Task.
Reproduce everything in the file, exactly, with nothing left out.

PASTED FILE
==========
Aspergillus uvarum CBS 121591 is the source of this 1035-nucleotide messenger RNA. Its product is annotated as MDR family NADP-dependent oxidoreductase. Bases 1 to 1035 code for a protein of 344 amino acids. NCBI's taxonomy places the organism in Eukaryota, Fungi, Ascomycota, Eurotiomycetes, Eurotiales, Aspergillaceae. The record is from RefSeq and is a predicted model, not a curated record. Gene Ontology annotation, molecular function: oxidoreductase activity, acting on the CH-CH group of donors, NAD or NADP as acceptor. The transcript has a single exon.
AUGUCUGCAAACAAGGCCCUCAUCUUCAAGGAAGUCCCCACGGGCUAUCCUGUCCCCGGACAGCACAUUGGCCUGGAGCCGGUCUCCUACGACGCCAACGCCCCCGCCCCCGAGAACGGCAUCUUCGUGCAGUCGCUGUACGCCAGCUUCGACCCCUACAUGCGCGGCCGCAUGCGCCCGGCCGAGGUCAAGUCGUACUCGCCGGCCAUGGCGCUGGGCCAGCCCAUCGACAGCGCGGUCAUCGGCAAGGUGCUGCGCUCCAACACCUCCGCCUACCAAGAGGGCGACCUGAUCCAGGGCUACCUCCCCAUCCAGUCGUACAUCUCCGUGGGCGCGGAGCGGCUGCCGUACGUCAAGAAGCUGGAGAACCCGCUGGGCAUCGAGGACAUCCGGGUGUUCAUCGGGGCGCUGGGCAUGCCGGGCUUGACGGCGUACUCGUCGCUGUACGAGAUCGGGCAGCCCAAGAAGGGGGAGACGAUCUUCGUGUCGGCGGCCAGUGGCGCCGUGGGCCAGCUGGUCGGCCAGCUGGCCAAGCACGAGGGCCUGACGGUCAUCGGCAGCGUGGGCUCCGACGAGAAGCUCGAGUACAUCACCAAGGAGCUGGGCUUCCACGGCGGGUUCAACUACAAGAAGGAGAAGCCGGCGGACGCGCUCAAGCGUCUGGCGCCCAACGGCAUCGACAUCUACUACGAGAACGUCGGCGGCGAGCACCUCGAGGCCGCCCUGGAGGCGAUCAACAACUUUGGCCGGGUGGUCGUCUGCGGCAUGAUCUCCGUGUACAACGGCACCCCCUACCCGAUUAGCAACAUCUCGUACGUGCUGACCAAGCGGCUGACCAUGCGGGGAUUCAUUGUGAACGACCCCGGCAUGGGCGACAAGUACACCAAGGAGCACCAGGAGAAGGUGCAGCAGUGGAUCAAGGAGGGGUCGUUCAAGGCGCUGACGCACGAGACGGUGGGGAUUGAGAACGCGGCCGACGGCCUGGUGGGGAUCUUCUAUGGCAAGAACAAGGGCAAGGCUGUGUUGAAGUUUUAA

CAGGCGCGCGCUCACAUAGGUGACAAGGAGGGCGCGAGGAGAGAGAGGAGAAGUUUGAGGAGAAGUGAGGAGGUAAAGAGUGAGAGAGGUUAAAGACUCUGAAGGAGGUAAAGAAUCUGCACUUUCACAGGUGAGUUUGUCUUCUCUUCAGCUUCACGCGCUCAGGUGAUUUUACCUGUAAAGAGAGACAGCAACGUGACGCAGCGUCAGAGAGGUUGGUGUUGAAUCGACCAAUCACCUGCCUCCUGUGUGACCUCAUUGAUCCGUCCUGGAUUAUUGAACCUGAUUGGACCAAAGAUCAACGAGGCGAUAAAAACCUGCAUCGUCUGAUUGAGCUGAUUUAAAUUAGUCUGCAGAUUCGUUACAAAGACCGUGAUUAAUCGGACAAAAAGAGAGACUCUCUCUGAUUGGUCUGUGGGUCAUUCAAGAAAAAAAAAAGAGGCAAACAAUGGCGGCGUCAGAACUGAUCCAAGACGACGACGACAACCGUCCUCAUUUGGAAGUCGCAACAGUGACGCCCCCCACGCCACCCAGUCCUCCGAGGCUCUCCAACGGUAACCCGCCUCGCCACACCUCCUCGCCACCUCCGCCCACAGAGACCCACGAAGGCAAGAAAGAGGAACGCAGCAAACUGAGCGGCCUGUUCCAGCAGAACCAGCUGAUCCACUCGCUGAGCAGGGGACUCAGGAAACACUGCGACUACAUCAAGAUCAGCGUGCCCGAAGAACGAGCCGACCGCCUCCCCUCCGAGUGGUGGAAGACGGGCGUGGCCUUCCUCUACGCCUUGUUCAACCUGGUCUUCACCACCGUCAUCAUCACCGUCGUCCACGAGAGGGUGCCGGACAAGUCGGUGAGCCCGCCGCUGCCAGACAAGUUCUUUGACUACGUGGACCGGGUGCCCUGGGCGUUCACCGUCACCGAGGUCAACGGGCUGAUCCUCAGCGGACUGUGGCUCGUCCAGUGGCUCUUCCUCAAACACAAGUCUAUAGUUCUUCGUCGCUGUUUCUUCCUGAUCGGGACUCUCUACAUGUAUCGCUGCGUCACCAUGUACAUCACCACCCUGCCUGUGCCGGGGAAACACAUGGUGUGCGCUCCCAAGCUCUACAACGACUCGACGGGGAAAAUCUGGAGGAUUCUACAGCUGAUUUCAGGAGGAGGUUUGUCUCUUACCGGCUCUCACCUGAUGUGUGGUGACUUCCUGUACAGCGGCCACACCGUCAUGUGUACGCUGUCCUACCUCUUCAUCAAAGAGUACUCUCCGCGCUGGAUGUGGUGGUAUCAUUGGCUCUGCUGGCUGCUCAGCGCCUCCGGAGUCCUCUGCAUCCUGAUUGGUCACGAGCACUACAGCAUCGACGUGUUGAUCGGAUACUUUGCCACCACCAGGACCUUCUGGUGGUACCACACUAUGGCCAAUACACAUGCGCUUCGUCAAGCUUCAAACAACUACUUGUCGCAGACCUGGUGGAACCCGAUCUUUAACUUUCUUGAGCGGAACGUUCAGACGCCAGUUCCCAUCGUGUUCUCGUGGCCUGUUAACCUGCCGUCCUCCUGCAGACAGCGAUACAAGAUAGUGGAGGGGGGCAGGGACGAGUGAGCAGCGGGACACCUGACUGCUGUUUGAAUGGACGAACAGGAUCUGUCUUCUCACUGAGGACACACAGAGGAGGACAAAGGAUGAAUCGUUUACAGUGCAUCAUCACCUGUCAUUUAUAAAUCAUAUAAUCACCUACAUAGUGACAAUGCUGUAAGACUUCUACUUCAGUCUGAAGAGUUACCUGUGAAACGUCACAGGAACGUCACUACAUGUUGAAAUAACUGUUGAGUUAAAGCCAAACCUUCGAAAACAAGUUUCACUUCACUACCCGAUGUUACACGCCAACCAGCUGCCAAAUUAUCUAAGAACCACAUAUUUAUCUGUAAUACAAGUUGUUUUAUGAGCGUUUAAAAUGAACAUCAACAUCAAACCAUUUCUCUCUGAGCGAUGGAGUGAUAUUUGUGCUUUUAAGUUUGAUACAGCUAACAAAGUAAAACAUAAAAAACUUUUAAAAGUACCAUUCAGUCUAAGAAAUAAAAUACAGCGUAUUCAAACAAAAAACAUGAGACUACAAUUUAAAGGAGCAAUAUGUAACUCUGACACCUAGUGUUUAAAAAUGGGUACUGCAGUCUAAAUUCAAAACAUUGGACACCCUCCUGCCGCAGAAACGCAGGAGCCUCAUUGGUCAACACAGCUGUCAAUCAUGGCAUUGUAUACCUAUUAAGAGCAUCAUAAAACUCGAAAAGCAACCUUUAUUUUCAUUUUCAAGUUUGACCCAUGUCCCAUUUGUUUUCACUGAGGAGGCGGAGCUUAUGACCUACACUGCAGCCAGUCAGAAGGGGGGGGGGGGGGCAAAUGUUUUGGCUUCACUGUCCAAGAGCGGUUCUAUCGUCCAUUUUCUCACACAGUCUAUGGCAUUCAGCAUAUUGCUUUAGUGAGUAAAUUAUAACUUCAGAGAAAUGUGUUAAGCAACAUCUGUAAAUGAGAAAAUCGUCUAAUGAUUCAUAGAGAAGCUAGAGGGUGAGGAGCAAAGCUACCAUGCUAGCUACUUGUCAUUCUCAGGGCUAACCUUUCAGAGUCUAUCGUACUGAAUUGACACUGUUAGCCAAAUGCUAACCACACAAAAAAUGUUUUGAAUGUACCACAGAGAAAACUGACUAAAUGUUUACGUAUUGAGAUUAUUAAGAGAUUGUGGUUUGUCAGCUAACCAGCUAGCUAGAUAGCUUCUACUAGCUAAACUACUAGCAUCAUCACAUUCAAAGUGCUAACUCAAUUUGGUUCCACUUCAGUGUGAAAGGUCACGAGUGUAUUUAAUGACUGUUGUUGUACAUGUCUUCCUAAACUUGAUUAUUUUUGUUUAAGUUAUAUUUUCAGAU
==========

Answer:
Aspergillus uvarum CBS 121591 is the source of this 1035-nucleotide messenger RNA. Its product is annotated as MDR family NADP-dependent oxidoreductase. Bases 1 to 1035 code for a protein of 344 amino acids. NCBI's taxonomy places the organism in Eukaryota, Fungi, Ascomycota, Eurotiomycetes, Eurotiales, Aspergillaceae. The record is from RefSeq and is a predicted model, not a curated record. Gene Ontology annotation, molecular function: oxidoreductase activity, acting on the CH-CH group of donors, NAD or NADP as acceptor. The transcript has a single exon.
AUGUCUGCAAACAAGGCCCUCAUCUUCAAGGAAGUCCCCACGGGCUAUCCUGUCCCCGGACAGCACAUUGGCCUGGAGCCGGUCUCCUACGACGCCAACGCCCCCGCCCCCGAGAACGGCAUCUUCGUGCAGUCGCUGUACGCCAGCUUCGACCCCUACAUGCGCGGCCGCAUGCGCCCGGCCGAGGUCAAGUCGUACUCGCCGGCCAUGGCGCUGGGCCAGCCCAUCGACAGCGCGGUCAUCGGCAAGGUGCUGCGCUCCAACACCUCCGCCUACCAAGAGGGCGACCUGAUCCAGGGCUACCUCCCCAUCCAGUCGUACAUCUCCGUGGGCGCGGAGCGGCUGCCGUACGUCAAGAAGCUGGAGAACCCGCUGGGCAUCGAGGACAUCCGGGUGUUCAUCGGGGCGCUGGGCAUGCCGGGCUUGACGGCGUACUCGUCGCUGUACGAGAUCGGGCAGCCCAAGAAGGGGGAGACGAUCUUCGUGUCGGCGGCCAGUGGCGCCGUGGGCCAGCUGGUCGGCCAGCUGGCCAAGCACGAGGGCCUGACGGUCAUCGGCAGCGUGGGCUCCGACGAGAAGCUCGAGUACAUCACCAAGGAGCUGGGCUUCCACGGCGGGUUCAACUACAAGAAGGAGAAGCCGGCGGACGCGCUCAAGCGUCUGGCGCCCAACGGCAUCGACAUCUACUACGAGAACGUCGGCGGCGAGCACCUCGAGGCCGCCCUGGAGGCGAUCAACAACUUUGGCCGGGUGGUCGUCUGCGGCAUGAUCUCCGUGUACAACGGCACCCCCUACCCGAUUAGCAACAUCUCGUACGUGCUGACCAAGCGGCUGACCAUGCGGGGAUUCAUUGUGAACGACCCCGGCAUGGGCGACAAGUACACCAAGGAGCACCAGGAGAAGGUGCAGCAGUGGAUCAAGGAGGGGUCGUUCAAGGCGCUGACGCACGAGACGGUGGGGAUUGAGAACGCGGCCGACGGCCUGGUGGGGAUCUUCUAUGGCAAGAACAAGGGCAAGGCUGUGUUGAAGUUUUAA

CAGGCGCGCGCUCACAUAGGUGACAAGGAGGGCGCGAGGAGAGAGAGGAGAAGUUUGAGGAGAAGUGAGGAGGUAAAGAGUGAGAGAGGUUAAAGACUCUGAAGGAGGUAAAGAAUCUGCACUUUCACAGGUGAGUUUGUCUUCUCUUCAGCUUCACGCGCUCAGGUGAUUUUACCUGUAAAGAGAGACAGCAACGUGACGCAGCGUCAGAGAGGUUGGUGUUGAAUCGACCAAUCACCUGCCUCCUGUGUGACCUCAUUGAUCCGUCCUGGAUUAUUGAACCUGAUUGGACCAAAGAUCAACGAGGCGAUAAAAACCUGCAUCGUCUGAUUGAGCUGAUUUAAAUUAGUCUGCAGAUUCGUUACAAAGACCGUGAUUAAUCGGACAAAAAGAGAGACUCUCUCUGAUUGGUCUGUGGGUCAUUCAAGAAAAAAAAAAGAGGCAAACAAUGGCGGCGUCAGAACUGAUCCAAGACGACGACGACAACCGUCCUCAUUUGGAAGUCGCAACAGUGACGCCCCCCACGCCACCCAGUCCUCCGAGGCUCUCCAACGGUAACCCGCCUCGCCACACCUCCUCGCCACCUCCGCCCACAGAGACCCACGAAGGCAAGAAAGAGGAACGCAGCAAACUGAGCGGCCUGUUCCAGCAGAACCAGCUGAUCCACUCGCUGAGCAGGGGACUCAGGAAACACUGCGACUACAUCAAGAUCAGCGUGCCCGAAGAACGAGCCGACCGCCUCCCCUCCGAGUGGUGGAAGACGGGCGUGGCCUUCCUCUACGCCUUGUUCAACCUGGUCUUCACCACCGUCAUCAUCACCGUCGUCCACGAGAGGGUGCCGGACAAGUCGGUGAGCCCGCCGCUGCCAGACAAGUUCUUUGACUACGUGGACCGGGUGCCCUGGGCGUUCACCGUCACCGAGGUCAACGGGCUGAUCCUCAGCGGACUGUGGCUCGUCCAGUGGCUCUUCCUCAAACACAAGUCUAUAGUUCUUCGUCGCUGUUUCUUCCUGAUCGGGACUCUCUACAUGUAUCGCUGCGUCACCAUGUACAUCACCACCCUGCCUGUGCCGGGGAAACACAUGGUGUGCGCUCCCAAGCUCUACAACGACUCGACGGGGAAAAUCUGGAGGAUUCUACAGCUGAUUUCAGGAGGAGGUUUGUCUCUUACCGGCUCUCACCUGAUGUGUGGUGACUUCCUGUACAGCGGCCACACCGUCAUGUGUACGCUGUCCUACCUCUUCAUCAAAGAGUACUCUCCGCGCUGGAUGUGGUGGUAUCAUUGGCUCUGCUGGCUGCUCAGCGCCUCCGGAGUCCUCUGCAUCCUGAUUGGUCACGAGCACUACAGCAUCGACGUGUUGAUCGGAUACUUUGCCACCACCAGGACCUUCUGGUGGUACCACACUAUGGCCAAUACACAUGCGCUUCGUCAAGCUUCAAACAACUACUUGUCGCAGACCUGGUGGAACCCGAUCUUUAACUUUCUUGAGCGGAACGUUCAGACGCCAGUUCCCAUCGUGUUCUCGUGGCCUGUUAACCUGCCGUCCUCCUGCAGACAGCGAUACAAGAUAGUGGAGGGGGGCAGGGACGAGUGAGCAGCGGGACACCUGACUGCUGUUUGAAUGGACGAACAGGAUCUGUCUUCUCACUGAGGACACACAGAGGAGGACAAAGGAUGAAUCGUUUACAGUGCAUCAUCACCUGUCAUUUAUAAAUCAUAUAAUCACCUACAUAGUGACAAUGCUGUAAGACUUCUACUUCAGUCUGAAGAGUUACCUGUGAAACGUCACAGGAACGUCACUACAUGUUGAAAUAACUGUUGAGUUAAAGCCAAACCUUCGAAAACAAGUUUCACUUCACUACCCGAUGUUACACGCCAACCAGCUGCCAAAUUAUCUAAGAACCACAUAUUUAUCUGUAAUACAAGUUGUUUUAUGAGCGUUUAAAAUGAACAUCAACAUCAAACCAUUUCUCUCUGAGCGAUGGAGUGAUAUUUGUGCUUUUAAGUUUGAUACAGCUAACAAAGUAAAACAUAAAAAACUUUUAAAAGUACCAUUCAGUCUAAGAAAUAAAAUACAGCGUAUUCAAACAAAAAACAUGAGACUACAAUUUAAAGGAGCAAUAUGUAACUCUGACACCUAGUGUUUAAAAAUGGGUACUGCAGUCUAAAUUCAAAACAUUGGACACCCUCCUGCCGCAGAAACGCAGGAGCCUCAUUGGUCAACACAGCUGUCAAUCAUGGCAUUGUAUACCUAUUAAGAGCAUCAUAAAACUCGAAAAGCAACCUUUAUUUUCAUUUUCAAGUUUGACCCAUGUCCCAUUUGUUUUCACUGAGGAGGCGGAGCUUAUGACCUACACUGCAGCCAGUCAGAAGGGGGGGGGGGGGGCAAAUGUUUUGGCUUCACUGUCCAAGAGCGGUUCUAUCGUCCAUUUUCUCACACAGUCUAUGGCAUUCAGCAUAUUGCUUUAGUGAGUAAAUUAUAACUUCAGAGAAAUGUGUUAAGCAACAUCUGUAAAUGAGAAAAUCGUCUAAUGAUUCAUAGAGAAGCUAGAGGGUGAGGAGCAAAGCUACCAUGCUAGCUACUUGUCAUUCUCAGGGCUAACCUUUCAGAGUCUAUCGUACUGAAUUGACACUGUUAGCCAAAUGCUAACCACACAAAAAAUGUUUUGAAUGUACCACAGAGAAAACUGACUAAAUGUUUACGUAUUGAGAUUAUUAAGAGAUUGUGGUUUGUCAGCUAACCAGCUAGCUAGAUAGCUUCUACUAGCUAAACUACUAGCAUCAUCACAUUCAAAGUGCUAACUCAAUUUGGUUCCACUUCAGUGUGAAAGGUCACGAGUGUAUUUAAUGACUGUUGUUGUACAUGUCUUCCUAAACUUGAUUAUUUUUGUUUAAGUUAUAUUUUCAGAU